Wednesday, July 4, 2012

On the discovery of a new particle (Higgs?)

And so it happened today and we have announced the observation of a new particle at the LHC. CMS and ATLAS both  showed evidence on the level of "five sigma", which means that the probability that what they're seeing is just a result of pure chance is more or less the probability of rolling the dice eight times and getting a six each time.

This particle might be the Higgs boson - something that was postulated for the first time in 1964 and had since then escaped detection. The significance of this discovery is bigger than many people think. Some are calling it the biggest scientific achievement of the 21st century, and something bigger than the landing on the Moon - and I think they're right.

Let me try to put this into perspective, from the point of view of a physicist working on the same experiment but searching for different, yet undiscovered, particles. This will be a bit long, so bear with me.

First of all - particle physics is what we call "fundamental research". We don't ask "what can I use this for?" or "whom can I sell it to and for how much?". We ask "why?". And we're trying to find answers to this question studying Nature at the deepest and most fundamental level - at tle level of interactions of particles that everything Science can describe is made of.

Its a bit like trying to solve a jigsaw puzzle. Blindfolded.

You reach into the box, hoping that your hand finds a new piece, and then try to arrange the pieces into something that makes sense.

And in fact in the 2nd half of 20th century we managed to arrange them pretty well, into something that we call the standard model of particle interactions. It's the most precisely measured theory to date. In the early 1990's it looked more or less like this:

You can see it looks pretty good, there are just two missing pieces. The one on the right was pretty obvious and it was found in 1995 by the experiments running on the Tevatron collider in Fermilab near Chicago. That's the top quark, the sixth particle in a family of particles making up the protons and neutrons in the atomic nuclei. Something that just had to be there.

The missing piece in the corner is something different. That's the Higgs boson. We need it to complete the puzzle, without it our theory is incomplete in an obvious way... but that's not the end of the story. You can see that the puzzle should extend in other directions, we believe that this is also the case with the standard model. We have many reasons to believe that the standard model is not the final, ultimate "theory of everything". In fact it doesn't even describe "everything" (it cannot describe gravity for example). But we have yet to see something new, some piece that would fit somewhere along the borders.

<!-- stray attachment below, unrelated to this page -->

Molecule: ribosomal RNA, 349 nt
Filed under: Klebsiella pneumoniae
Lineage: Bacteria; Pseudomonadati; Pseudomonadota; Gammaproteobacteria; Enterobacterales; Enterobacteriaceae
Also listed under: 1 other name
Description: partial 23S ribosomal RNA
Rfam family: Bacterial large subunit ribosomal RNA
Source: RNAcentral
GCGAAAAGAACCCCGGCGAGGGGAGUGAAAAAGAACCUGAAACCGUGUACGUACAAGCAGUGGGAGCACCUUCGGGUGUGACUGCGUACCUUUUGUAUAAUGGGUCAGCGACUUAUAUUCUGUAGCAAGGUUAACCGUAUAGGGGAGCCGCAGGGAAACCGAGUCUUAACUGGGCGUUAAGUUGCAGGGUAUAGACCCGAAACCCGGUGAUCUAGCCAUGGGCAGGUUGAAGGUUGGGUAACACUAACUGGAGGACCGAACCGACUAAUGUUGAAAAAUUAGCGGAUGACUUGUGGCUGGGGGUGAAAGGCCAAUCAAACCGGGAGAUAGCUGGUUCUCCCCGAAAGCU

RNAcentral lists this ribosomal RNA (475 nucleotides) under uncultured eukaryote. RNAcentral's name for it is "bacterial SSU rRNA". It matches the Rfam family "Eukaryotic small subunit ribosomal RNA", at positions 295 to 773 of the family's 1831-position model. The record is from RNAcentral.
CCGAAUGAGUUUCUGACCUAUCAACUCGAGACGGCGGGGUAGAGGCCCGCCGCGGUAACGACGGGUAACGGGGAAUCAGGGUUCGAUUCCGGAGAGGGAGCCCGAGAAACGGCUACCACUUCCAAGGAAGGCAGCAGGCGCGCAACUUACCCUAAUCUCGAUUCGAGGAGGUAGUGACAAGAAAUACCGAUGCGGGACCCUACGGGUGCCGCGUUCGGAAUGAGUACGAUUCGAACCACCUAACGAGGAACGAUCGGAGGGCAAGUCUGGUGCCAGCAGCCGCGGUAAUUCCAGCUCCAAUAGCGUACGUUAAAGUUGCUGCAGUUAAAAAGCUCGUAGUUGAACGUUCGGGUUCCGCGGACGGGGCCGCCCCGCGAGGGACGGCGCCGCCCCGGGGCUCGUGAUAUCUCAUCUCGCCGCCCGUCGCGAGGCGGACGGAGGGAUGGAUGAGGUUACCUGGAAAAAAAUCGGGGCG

How are we looking for new pieces? We're reaching into the box where the pieces should be. Building stronger and stronger accelerators, we're able to reach further and further into the box. Remember, we can't see, we can just reach out and hope we find something.

And today we finally announced that our hand searching the box found a new piece:

At first glance it looks like it could be the missing one there in the corner. But checking whether it fits exactly will still take some time. This is the situation we're in at this moment.
What are the possible outcomes?

Option one
It is the standard Higgs boson. Everything fits. We have solved the puzzle... and unless we find some other new pieces in the meantime, we are starting to be in trouble:

we sort of expect there to be more to it, but we're not really sure where to start looking... game over?

Option two
It is some more exotic variant of the Higgs particle - it fits, but not exactly in the spot we thought initially:

this is much a better option as we would finally have a clear indication where to look for new things. Look: there's a whole new unpopulated row now!

Option three
It is something that ends up not fitting at all. I'd say its very unlikely, but possible - and would for sure be fun.

And what is my part in the game? I, along with many other physicists, still have my hand in the box. We're still reaching out, way beyond the spot where the piece found today was lying. We're doing this in parallel to the Higgs searches, hoping that we will eventually find something like this:

A completely new particle, in a completely different place. Hinting at a lot more to come...

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